Cover letterIn this age of electronic submissions and instant gratification, the simple courtesies of yesterday are sometimes lost in the speed of today’s processes. Regardless, most people agree that good manners never go out of style.

As a result, introducing your article with a well-written cover letter to the editor can be the catalyst to a favorable review and acceptance of your submission for publication. These tips can help you write a cover letter that sells your research to the journal editor. [Read More…]

10 Question conference retrospective: Views from a graduate student attendee

The Loretto Chapel

The Loretto Chapel, Santa Fe, NM. Photo Credit: Susan W. Bontly

The Textbook & Academic Authors Association’s small, focused conference, held in Santa Fe, New Mexico June 15-16, was one of the most useful ones I have attended.  The cost was a really great deal considering all the valuable information provided by the presenters. As a first-time attendee and a graduate student, here my reflections on my experience.

1) What were some of the highlights and insights?

The presentations I attended were all on the Academic Track. The first day, I went to two sessions, and then I had three wonderfully inspiring mentoring sessions. I started with Dr. Meggin McIntosh (see more below) and then Dr. Katherine Landau Wright’s presentation, The Journal Article Writing MATE: A tool for beginners, which provided a very helpful tool for evaluating journal articles to use as models for writing and can also be used as a general article assessment or summarizing rubric. [Read More…]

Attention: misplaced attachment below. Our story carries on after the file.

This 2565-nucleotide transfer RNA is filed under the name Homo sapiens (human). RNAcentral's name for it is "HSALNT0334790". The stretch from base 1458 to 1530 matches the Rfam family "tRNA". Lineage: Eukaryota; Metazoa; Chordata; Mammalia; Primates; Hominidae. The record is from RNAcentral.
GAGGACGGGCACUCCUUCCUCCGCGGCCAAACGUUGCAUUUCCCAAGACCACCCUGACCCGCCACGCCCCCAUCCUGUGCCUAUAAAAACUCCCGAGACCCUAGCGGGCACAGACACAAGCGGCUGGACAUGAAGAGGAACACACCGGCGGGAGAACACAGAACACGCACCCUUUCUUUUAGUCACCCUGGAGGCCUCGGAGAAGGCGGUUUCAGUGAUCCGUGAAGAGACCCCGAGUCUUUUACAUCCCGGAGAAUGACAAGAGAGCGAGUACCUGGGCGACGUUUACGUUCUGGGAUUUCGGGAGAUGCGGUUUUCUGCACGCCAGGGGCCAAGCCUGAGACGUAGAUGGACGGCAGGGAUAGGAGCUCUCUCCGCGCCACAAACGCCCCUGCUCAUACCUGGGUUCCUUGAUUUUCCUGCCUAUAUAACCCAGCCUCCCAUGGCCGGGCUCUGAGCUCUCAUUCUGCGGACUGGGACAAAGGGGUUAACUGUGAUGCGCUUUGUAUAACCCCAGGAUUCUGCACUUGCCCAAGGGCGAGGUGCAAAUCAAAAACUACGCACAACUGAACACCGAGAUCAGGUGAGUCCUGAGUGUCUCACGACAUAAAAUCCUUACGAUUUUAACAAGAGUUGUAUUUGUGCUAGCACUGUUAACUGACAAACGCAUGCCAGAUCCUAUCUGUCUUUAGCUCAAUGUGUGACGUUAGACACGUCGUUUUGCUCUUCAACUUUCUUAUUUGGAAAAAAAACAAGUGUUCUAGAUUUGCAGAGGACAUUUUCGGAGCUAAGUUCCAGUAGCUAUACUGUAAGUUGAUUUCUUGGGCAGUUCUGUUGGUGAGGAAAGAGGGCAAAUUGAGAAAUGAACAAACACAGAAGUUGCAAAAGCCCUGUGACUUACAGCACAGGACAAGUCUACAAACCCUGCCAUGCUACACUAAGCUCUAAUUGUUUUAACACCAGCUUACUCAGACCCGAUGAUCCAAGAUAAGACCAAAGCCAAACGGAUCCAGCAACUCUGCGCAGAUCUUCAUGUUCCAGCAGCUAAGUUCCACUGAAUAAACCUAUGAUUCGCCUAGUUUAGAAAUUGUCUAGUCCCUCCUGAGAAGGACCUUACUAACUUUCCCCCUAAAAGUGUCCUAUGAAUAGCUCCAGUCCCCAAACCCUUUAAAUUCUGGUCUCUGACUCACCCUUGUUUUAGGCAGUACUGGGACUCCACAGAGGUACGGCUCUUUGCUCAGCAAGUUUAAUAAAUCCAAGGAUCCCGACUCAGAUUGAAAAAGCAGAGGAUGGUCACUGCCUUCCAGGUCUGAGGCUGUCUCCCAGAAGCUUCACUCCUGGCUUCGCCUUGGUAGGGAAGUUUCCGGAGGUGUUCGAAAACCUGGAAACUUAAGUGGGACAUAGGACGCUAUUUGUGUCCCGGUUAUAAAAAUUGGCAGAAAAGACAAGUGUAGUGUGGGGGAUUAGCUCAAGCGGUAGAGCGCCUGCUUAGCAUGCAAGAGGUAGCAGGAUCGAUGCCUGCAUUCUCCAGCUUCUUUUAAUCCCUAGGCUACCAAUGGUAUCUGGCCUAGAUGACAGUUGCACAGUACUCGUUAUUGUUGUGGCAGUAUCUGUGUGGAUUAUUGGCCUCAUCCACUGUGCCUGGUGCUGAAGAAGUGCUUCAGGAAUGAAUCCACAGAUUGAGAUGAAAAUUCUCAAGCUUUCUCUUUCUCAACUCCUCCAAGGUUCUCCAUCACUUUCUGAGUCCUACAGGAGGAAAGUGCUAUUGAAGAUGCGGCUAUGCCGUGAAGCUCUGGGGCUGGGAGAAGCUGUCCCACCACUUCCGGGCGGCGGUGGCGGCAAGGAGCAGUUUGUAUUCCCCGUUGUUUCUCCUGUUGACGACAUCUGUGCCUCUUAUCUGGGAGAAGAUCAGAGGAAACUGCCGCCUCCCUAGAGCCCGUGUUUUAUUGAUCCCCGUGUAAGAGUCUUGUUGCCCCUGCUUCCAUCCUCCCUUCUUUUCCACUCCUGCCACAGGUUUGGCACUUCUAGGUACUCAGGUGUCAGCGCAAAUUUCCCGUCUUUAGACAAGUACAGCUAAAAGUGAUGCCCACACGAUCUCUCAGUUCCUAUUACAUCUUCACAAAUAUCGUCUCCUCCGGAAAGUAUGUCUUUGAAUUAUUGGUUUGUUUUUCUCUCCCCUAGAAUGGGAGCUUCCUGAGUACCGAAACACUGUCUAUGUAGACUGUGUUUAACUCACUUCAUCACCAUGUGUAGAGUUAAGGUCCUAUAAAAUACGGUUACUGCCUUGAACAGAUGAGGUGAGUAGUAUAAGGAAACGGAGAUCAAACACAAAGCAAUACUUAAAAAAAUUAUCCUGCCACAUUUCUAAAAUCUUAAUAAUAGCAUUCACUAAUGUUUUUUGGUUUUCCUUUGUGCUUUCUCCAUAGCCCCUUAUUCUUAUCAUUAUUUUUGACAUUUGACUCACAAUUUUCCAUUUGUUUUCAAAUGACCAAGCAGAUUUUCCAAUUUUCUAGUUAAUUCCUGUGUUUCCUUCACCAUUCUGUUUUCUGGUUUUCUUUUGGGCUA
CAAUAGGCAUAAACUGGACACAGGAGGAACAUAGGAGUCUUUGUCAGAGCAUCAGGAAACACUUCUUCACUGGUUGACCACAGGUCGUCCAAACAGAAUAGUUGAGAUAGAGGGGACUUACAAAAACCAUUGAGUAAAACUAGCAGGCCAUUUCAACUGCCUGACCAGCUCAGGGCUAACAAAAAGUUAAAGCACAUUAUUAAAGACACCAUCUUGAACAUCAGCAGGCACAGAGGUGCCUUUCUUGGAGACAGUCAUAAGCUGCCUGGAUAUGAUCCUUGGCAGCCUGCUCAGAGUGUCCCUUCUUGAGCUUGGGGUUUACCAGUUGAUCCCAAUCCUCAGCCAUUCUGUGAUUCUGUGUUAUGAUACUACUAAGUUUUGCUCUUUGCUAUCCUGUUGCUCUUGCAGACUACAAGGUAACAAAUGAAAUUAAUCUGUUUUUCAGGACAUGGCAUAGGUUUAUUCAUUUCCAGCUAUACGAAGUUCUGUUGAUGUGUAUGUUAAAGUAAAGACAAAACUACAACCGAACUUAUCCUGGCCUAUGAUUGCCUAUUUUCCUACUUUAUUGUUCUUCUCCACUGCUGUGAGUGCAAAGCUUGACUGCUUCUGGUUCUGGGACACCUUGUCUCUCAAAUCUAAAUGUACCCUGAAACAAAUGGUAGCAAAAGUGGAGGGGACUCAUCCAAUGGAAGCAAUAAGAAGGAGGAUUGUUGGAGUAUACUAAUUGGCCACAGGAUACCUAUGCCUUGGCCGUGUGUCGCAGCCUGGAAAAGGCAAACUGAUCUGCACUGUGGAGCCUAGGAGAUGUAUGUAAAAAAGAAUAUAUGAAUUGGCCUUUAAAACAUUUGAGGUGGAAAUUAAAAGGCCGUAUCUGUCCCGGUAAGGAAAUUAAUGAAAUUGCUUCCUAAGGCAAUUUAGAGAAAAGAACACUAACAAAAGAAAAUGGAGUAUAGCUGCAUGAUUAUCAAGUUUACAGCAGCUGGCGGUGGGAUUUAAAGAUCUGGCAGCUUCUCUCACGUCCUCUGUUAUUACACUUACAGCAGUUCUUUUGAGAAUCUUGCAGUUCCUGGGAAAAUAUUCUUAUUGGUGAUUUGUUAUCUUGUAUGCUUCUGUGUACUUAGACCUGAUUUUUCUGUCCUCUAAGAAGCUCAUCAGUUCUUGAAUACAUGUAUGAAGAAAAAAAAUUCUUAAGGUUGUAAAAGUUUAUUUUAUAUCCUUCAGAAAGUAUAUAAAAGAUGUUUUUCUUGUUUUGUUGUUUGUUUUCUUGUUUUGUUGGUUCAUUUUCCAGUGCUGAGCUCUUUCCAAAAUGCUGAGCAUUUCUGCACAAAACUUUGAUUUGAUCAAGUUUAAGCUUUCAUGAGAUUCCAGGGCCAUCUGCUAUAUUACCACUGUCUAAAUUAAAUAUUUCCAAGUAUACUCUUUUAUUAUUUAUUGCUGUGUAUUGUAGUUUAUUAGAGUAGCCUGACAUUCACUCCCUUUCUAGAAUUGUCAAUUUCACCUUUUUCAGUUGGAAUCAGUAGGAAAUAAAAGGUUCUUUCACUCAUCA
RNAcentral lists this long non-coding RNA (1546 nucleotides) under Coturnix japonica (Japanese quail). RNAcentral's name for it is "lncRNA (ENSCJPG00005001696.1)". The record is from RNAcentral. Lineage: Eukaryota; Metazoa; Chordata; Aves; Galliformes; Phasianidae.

A delicate balance: Humility and self-respect

FeedbackWhether you are a doctoral student wrestling the drafts of your dissertation or an academic author wrestling with the drafts of your book, you have encountered, or will, the often-intimidating presence and feedback of your chair or editor. As with any interpersonal relationship, it’s advisable to steer between abject obeisance and independent arrogance. Neither will get you what you want—approval of your dissertation or publication of your book.

In my academic editing and coaching profession, I suggest to clients that an optimum way to establish and maintain a good working relationship is a combination of humility and self-respect. Whatever your past accomplishments, humility before the perceived power of the chair or editor is required. [Read More…]

4 Tips for writing a literature review

library stacksLiterature reviews are common elements in academic writing, found in dissertations or theses, but also in journal articles, book introductions, book chapters, and even course exercises. Despite its prevalence in academia, the process of writing a literature review is often daunting to an academic author.

In her recent TAA webinar, “Demystifying the Literature Review”, Dr. Daveena Tauber, founder of Scholar Studio, shared four tips that can make the process easier. [Read More…]

How to incorporate accessibility throughout the publishing process

Digital AccessibilityIn his recent webinar, “Making Textbooks Accessible to Students With Disabilities”, Robert Martinengo, Publisher Outreach Specialist for the CAMI project at AMAC Accessibility, said that the issue of accessibility is even more important when it comes to digital products.

“The ability to navigate through a digital textbook is a critical component of accessibility,” he said. “Navigation is enabled by consistent and rational use of tags throughout the text.”

In addition to effective navigation, accessible manuscripts should also include these four elements, said Martinengo: [Read More…]